But they are not small for a short sharp contraction

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Unformatted text preview: theory of Prob. 10.115, with n 0.018 to estimate the flow rate. P10.117 A full-width weir in a horizontal channel is 5 m wide and 80 cm high. The upstream depth is 1.5 m. Estimate the flow rate for (a) a sharp-crested weir and (b) a roundnosed broad-crested weir. *P10.118 Using a Bernoulli-type analysis similar to Fig. 10.16a, show that the theoretical discharge of the V-shaped weir in Fig. P10.118 is given by Q 0.7542g1/2 tan H5/2 Flow Y P10.120 P10.122 In 1952 E. S Crump developed the triangular weir shape shown in Fig. P10.122 [19, chap. 4]. The front slope is 1 2 to avoid sediment deposition, and the rear slope is 1 5 to maintain a stable tailwater flow. The beauty of the design is that it has a unique discharge correlation up to near-drowning conditions, H2/H1 0.75: Q H *P10.118 P10.119 Data by A. T. Lenz for water at 20°C (reported in Ref. 19) show a significant increase of discharge coefficient of V-notch weirs (Fig. P10.118) at low heads. For 20°, some measured values are as follows: H, ft 0.2 0.6 0.8 1.0 0.499 Cd 0.4...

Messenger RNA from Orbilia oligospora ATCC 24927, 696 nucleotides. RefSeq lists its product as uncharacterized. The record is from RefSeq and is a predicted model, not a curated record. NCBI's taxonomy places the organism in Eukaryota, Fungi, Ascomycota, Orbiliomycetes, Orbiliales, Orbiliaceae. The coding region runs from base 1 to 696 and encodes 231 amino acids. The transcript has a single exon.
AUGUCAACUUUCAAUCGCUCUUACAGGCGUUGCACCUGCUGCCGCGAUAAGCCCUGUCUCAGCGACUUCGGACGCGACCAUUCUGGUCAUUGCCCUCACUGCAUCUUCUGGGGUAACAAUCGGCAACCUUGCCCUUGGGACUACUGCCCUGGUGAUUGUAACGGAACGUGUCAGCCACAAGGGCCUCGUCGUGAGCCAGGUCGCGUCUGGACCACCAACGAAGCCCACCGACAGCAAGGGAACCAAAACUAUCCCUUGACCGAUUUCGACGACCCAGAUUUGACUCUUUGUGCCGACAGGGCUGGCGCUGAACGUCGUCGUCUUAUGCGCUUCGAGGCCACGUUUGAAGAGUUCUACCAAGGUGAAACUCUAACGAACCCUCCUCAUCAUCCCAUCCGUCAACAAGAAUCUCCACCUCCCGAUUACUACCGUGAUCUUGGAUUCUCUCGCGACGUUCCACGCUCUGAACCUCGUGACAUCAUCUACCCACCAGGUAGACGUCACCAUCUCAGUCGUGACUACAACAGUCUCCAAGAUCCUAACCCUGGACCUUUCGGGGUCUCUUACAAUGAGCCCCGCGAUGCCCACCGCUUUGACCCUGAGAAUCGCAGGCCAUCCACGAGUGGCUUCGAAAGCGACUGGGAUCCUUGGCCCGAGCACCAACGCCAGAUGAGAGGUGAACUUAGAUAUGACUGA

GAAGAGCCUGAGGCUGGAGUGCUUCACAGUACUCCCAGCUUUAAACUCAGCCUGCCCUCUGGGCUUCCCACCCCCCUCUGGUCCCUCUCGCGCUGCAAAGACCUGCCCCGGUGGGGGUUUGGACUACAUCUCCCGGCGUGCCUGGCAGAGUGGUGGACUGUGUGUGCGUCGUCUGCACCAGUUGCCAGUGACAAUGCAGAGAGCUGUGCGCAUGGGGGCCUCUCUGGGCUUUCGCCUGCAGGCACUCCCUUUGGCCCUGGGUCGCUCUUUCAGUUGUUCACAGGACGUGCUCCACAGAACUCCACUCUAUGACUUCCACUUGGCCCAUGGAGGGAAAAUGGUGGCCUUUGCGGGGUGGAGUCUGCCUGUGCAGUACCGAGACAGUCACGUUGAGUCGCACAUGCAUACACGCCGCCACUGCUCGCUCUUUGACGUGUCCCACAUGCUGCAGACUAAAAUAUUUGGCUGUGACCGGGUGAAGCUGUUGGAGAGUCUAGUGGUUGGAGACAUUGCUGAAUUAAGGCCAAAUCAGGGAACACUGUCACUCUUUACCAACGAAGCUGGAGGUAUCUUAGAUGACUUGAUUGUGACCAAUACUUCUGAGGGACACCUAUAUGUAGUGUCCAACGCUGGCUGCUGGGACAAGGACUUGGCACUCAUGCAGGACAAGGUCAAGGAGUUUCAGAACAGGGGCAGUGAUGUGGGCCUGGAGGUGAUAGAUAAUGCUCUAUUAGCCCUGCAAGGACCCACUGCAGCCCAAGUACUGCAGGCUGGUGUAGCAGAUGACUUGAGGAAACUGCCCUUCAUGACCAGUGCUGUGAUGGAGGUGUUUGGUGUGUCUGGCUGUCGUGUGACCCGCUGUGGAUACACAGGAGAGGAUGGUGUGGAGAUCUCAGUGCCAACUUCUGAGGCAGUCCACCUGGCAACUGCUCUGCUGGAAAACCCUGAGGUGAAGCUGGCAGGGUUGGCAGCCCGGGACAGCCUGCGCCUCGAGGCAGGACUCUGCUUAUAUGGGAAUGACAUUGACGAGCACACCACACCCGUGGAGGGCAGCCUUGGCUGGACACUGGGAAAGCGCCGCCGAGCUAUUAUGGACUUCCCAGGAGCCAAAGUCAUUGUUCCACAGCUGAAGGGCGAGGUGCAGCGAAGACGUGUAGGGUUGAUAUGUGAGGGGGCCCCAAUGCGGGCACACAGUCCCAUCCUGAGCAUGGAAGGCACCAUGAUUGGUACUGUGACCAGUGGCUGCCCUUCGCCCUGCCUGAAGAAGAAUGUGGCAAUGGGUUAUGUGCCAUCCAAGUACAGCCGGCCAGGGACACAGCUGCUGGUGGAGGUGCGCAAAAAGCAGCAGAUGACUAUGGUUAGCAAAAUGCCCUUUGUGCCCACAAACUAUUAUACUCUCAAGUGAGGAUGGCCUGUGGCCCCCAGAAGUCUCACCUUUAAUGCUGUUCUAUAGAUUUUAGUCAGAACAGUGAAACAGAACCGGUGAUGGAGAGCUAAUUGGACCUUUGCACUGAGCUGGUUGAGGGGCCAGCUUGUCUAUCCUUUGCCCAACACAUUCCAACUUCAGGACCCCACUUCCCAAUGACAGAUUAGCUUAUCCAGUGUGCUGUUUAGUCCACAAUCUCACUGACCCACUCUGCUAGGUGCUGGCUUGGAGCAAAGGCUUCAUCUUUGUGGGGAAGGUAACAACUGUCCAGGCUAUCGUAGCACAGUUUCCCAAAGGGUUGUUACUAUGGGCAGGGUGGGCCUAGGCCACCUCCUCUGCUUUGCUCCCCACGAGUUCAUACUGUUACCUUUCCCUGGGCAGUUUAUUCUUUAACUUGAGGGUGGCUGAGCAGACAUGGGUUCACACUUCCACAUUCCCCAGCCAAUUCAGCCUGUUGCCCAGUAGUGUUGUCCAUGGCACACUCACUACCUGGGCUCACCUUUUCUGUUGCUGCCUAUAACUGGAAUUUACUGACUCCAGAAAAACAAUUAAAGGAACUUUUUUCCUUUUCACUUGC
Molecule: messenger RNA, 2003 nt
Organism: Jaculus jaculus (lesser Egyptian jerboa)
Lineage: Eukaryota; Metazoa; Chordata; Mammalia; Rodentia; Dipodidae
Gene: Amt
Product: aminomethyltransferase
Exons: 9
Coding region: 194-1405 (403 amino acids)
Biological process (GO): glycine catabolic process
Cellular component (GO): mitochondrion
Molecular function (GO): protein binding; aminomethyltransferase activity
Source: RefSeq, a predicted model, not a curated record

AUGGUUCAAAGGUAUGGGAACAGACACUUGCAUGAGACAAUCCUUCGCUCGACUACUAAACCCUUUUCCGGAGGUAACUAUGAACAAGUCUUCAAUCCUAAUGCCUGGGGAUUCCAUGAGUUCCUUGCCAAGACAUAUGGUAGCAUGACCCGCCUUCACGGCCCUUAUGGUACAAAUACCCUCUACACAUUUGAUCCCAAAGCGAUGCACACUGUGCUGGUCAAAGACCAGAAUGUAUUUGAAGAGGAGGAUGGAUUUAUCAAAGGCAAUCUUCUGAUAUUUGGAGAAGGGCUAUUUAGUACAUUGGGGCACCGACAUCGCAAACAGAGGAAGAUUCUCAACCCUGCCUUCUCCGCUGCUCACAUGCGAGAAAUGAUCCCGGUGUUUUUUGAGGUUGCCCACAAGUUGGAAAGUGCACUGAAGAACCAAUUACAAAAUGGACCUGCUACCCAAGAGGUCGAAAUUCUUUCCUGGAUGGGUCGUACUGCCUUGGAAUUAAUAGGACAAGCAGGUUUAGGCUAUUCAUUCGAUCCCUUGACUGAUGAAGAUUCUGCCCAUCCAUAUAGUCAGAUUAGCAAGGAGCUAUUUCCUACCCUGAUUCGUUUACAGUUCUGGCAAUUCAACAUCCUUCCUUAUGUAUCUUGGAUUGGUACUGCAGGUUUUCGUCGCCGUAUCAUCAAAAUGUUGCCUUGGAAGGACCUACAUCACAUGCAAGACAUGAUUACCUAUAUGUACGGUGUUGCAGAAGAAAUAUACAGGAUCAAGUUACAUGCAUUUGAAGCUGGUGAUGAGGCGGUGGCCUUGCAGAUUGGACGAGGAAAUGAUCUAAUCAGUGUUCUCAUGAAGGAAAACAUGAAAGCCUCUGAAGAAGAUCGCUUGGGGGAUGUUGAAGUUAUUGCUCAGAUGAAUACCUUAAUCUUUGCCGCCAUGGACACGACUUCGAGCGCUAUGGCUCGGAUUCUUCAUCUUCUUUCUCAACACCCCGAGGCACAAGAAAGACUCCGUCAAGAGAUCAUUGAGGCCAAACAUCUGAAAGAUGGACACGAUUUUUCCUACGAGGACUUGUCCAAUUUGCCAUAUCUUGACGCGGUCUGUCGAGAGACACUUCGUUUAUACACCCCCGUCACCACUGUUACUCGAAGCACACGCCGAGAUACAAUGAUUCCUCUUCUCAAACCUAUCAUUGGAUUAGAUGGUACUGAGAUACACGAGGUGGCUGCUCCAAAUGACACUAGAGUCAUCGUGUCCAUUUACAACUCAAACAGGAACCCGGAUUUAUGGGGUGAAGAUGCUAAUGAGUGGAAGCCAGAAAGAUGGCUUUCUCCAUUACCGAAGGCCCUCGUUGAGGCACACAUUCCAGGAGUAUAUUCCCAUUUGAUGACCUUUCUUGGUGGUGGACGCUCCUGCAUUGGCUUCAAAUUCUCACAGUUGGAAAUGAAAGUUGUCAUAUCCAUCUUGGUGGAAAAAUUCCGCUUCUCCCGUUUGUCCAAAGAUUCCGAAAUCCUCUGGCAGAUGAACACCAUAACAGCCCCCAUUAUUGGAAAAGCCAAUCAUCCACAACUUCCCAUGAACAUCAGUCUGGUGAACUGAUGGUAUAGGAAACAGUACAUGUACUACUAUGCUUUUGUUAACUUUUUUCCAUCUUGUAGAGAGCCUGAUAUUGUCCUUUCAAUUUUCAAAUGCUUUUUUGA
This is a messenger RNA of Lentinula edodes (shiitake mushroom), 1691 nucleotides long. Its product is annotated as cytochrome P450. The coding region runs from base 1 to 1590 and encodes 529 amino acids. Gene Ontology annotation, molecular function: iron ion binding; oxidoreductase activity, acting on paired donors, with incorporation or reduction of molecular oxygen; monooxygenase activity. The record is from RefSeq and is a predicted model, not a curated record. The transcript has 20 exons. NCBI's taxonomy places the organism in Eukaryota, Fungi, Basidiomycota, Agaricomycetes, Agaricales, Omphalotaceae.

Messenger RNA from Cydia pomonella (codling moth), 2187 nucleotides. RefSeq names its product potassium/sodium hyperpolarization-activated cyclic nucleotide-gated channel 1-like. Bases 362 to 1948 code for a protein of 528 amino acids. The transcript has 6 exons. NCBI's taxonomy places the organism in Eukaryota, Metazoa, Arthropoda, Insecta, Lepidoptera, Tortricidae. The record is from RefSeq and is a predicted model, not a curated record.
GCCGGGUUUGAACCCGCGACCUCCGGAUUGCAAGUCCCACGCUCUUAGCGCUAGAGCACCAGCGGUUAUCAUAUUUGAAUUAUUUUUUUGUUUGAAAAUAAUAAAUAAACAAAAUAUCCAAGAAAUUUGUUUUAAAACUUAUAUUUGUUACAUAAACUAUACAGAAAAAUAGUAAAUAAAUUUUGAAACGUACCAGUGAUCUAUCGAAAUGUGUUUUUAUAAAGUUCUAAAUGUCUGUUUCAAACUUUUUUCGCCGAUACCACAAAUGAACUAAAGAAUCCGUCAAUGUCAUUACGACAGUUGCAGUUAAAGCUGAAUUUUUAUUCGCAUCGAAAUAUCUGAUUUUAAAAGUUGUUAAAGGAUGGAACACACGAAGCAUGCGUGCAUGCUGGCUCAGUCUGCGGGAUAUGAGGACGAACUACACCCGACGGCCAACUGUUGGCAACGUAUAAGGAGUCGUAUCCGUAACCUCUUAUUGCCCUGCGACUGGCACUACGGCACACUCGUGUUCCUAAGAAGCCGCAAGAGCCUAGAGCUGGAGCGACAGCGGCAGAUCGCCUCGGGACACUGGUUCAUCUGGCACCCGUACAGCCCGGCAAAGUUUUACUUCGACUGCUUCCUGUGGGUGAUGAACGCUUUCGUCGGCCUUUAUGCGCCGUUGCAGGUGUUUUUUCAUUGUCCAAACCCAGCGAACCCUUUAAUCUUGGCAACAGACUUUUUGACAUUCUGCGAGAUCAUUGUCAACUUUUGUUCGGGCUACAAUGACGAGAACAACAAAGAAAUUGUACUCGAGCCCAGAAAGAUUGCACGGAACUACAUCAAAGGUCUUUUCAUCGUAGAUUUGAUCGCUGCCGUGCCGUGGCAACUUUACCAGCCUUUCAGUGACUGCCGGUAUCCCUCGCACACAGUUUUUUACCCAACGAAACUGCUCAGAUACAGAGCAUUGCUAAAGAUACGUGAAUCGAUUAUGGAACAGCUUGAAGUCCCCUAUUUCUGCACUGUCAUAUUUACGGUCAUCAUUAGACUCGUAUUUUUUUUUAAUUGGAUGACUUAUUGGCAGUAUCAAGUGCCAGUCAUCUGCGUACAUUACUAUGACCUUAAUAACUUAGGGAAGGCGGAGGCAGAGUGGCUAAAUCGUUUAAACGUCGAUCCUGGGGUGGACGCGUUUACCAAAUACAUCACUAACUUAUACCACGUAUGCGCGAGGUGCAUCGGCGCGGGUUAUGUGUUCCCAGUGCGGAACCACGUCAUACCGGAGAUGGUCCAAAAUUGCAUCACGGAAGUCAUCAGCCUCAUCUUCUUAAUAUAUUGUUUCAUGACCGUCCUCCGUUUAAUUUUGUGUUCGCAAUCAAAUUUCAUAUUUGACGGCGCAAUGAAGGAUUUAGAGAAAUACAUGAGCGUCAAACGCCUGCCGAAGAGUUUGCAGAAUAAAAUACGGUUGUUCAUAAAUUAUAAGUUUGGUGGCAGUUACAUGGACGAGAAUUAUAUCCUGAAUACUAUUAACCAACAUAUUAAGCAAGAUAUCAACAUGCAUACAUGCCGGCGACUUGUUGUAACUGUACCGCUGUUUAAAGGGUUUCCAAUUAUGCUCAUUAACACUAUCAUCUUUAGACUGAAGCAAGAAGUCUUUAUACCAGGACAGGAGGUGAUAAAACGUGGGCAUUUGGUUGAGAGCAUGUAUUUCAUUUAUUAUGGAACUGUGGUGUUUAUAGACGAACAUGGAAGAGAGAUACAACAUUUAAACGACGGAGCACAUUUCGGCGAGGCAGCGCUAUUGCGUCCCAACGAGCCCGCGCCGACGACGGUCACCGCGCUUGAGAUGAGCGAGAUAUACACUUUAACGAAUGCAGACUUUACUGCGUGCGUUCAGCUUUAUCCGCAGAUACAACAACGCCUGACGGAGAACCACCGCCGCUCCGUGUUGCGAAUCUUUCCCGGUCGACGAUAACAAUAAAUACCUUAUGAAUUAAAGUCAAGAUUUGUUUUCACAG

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This note was uploaded on 10/27/2009 for the course MAE 101a taught by Professor Sakar during the Spring '08 term at UCSD.

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